Wednesday, September 23, 2009
The photos in this post were taken form the same spot but different angles at the Whangamata boat ramp. The photo top shows the sand mining as a result of the Whangamata marina construction consents. The Public were never notified or told this was going to happen at the boat ramp. The sand is being excavated because the 1 kilometre channel connecting the excavated marina basin is naturally .25m - .5m deep at low tide. To operate the channel will require a depth of 1.7m at low tide.
The photo below shows in the right-hand foreground, the Whangamata boat ramp. It is river hardened sand and many people launch their boats in bare feet. Up to seven boats can be launched simultaneously. It is a safe boat ramp to use.
The rest of the channel can be seen meandering to the left. The line of poles mark the right hand side of the channel. It is this part of the channel where the piled sand has been mined.
What is clear is that months per year of sand mining will be required to keep the channel open, and that a dedicated spot on the foreshore and on land will be required to stack it. Yet the authorities have not told us yet where this will take place and who pays.
Friday, September 4, 2009
The post of the 31 July 2009 was a submission by the Whangamata Camping Association to an application to the Waikato Regional Council (WRC). This application was for a coastal permit for exclusive occupation of foreshore at Whangamata. There are two other regulating authorities that also had a say in the application. These are the Thames Coromandel District Council (TCDC) who administer the boatramp, where the exclusive occupation is taking place, and the Department of Conservation who are seen as the owners of the foreshore and seabed on behalf of all New Zealanders.
The consent was granted to the private developers by WRC with input from TCDC and DoC around the date of 7 August 2009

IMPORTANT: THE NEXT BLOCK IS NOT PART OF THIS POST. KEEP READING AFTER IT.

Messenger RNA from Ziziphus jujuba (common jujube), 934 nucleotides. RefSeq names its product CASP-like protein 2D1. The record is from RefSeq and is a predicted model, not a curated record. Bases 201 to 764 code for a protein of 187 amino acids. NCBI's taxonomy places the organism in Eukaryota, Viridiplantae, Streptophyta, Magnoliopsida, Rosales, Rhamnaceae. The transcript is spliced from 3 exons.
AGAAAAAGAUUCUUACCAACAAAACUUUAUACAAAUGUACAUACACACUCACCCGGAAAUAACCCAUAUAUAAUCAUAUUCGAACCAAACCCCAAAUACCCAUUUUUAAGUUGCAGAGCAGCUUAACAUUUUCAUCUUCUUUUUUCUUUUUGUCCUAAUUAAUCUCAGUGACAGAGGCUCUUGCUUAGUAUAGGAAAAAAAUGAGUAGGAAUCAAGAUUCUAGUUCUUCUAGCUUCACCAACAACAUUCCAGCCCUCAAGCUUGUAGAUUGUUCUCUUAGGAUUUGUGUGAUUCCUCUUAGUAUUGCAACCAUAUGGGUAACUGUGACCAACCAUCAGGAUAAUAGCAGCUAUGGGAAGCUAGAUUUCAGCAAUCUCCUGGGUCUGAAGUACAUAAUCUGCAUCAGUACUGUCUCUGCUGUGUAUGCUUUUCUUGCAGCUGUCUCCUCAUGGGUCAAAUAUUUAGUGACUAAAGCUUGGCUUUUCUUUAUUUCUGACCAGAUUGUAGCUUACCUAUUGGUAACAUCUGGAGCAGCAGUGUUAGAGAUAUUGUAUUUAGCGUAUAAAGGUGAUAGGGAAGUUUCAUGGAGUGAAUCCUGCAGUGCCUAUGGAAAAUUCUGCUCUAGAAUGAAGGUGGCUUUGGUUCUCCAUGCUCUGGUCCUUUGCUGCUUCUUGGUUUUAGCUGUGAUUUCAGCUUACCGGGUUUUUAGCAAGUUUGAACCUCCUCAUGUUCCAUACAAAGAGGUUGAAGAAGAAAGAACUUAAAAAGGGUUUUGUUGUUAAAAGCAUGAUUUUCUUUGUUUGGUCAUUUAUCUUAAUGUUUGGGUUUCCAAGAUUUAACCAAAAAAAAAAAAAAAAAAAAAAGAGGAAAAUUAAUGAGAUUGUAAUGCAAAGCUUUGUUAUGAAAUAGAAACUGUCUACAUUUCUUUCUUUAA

The photograph below shows the sand bulwark under construction and the photograph above shows the structure with the machinery laying idle. When this machinery and structure is in use, it resembles a marine quarrying operation. The sand wharf structure has become larger since these photographs were taken.
The planners and lawyers who progressed the district and regional councils case through the courts and into Parliament, never forewarned that the boatramp would be given over to the private developers or that a marine quarrying operation would begin in a residential area.
The compliance officers at the District and Regional councils never knew this was coming until it was on their desk. Ten months into construction!
Part of the purpose of planners and lawyers who consult or work for Councils and Ministries is that they assess the effects of an application on behalf of those that pay them. They require some skills in understanding how something in a sensitive and controversial setting (the Whangamata estuary) will unfold.
The WRC, TCDC, and DoC are now saying that this sand and sheet steel bulwark and marine quarrying operation will be temporary. Are these authorities in control of the situation? How will the required dredging operations take place in the future?